There's a pattern emerging here, and I'm not sure I like it. One of us is leading with her heart; the other with his head. A good balance, yes, but I'd feel better if these roles didn't fall so neatly into gender stereotypes. Still, I should be grateful that while I'm swooning over cabinetry and floor coverings, Michael's scanning legislation for refunds and loopholes. Thanks, Michael!
Chastened by the yellow-house debacle, I'm heading into the next property with a little more rationality. Or at least I'll try. The problem is that thus far I have been able to find great places by sheer good fortune and gut instinct.
When I moved to Manhattan in 1994, I looked at exactly one apartment before taking it, a spacious two-bedroom I shared with a family friend in ultra-hip NoHo . My rent? $500 a month. (Never mind that this basement apartment was illegal.) I found my next place, a quaint top-floor one-bedroom in a Park Slope brownstone, via a flier at the local supermarket. My rent? $800 a month. The first apartment Michael and I shared, in the lovely Washington Heights section of Manhattan (or Hudson Heights, as Realtors like to call it ), was a fabulous top-floor one-bedroom overlooking the Hudson with a roof deck with panoramic views of Manhattan. Our rent? $1,850 a month. I'd seen the listing on yet another flier, this time in the cafeteria of our former employer , and marched up to the complex, certain that this place was to be ours. I'm not sure we'd actually decided that we were going to live together when I handed the flier to Michael and said, "This is where we're going to live." It remains my favorite home. (Never mind that a piece of it famously fell onto the West Side Highway . Good thing we were just renters!) Things weren't quite as easy when we moved to L.A. and D.C. (I was wondering when you were going to mention that! — Michael), but more on that some other time.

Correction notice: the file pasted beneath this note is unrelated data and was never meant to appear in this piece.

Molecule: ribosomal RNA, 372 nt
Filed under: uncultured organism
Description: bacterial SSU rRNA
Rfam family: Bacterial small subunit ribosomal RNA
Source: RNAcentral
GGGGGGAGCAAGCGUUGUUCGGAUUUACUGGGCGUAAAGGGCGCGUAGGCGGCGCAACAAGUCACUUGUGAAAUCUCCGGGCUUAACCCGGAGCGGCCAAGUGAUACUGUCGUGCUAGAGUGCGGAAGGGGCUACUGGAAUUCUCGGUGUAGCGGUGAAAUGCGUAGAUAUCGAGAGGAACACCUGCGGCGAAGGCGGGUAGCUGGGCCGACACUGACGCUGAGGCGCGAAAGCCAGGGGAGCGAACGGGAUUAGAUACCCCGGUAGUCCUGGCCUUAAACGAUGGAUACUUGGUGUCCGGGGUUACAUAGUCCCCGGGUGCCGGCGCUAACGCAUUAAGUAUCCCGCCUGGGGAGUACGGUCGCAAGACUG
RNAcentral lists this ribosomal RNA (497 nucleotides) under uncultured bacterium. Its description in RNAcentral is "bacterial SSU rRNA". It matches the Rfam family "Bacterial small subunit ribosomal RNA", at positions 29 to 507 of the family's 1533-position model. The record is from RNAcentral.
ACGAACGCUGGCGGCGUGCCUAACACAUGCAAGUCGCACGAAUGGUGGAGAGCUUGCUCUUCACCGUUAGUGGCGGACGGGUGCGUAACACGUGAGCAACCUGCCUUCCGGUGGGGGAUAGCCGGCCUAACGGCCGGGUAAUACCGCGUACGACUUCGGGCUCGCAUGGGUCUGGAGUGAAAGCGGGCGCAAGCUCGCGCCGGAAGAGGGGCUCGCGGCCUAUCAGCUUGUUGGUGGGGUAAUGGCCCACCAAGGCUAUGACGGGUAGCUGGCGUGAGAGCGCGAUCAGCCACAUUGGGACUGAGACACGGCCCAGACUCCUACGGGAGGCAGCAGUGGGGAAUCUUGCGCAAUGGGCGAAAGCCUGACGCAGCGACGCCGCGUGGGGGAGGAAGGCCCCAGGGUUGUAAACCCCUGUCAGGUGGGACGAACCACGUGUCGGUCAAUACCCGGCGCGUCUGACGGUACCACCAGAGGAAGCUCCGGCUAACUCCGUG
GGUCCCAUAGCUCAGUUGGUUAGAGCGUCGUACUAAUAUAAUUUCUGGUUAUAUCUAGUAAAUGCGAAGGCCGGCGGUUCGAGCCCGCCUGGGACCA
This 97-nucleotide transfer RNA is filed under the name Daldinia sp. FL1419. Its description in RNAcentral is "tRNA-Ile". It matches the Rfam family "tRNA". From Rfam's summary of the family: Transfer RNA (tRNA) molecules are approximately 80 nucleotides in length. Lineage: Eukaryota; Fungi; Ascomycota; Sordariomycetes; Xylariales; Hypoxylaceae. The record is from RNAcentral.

Perhaps if I'd been a little less impulsive and more financially shrewd by, say, buying a small apartment in Park Slope in 1999, we'd have had enough money to buy that yellow house. (But I'm over it. Really.) As one of Michael's sisters (who owns two houses) often chides, "You guys need to get in the game!" OK, but parting with my hard-earned Bat Mitzvah money is no easy thing, especially in this economy. We're nonunion journalists who could lose our jobs at any moment . Despite what all you proud homeowners say, our savings account feels like a more cuddly security blanket than a house whose value may not hold. The asking price on my beloved yellow house was less than what the owners paid for it in 2005.
But trudge on we will. Tomorrow is Friday, the big day for new listings. Denise says she's heard whispers of a new listing in a desirable section of Silver Spring. And then there's this place , a bank foreclosure in the very convenient American University Park right here in D.C. It looks tiny and run down, and has asbestos on the exterior — can you believe they're admitting that in the listing? — but it does have a front porch and could easily be painted yellow.
In the meantime, Michael, can you look into the value of a $100 Israel bond purchased in 1983? We may have more money than we think ...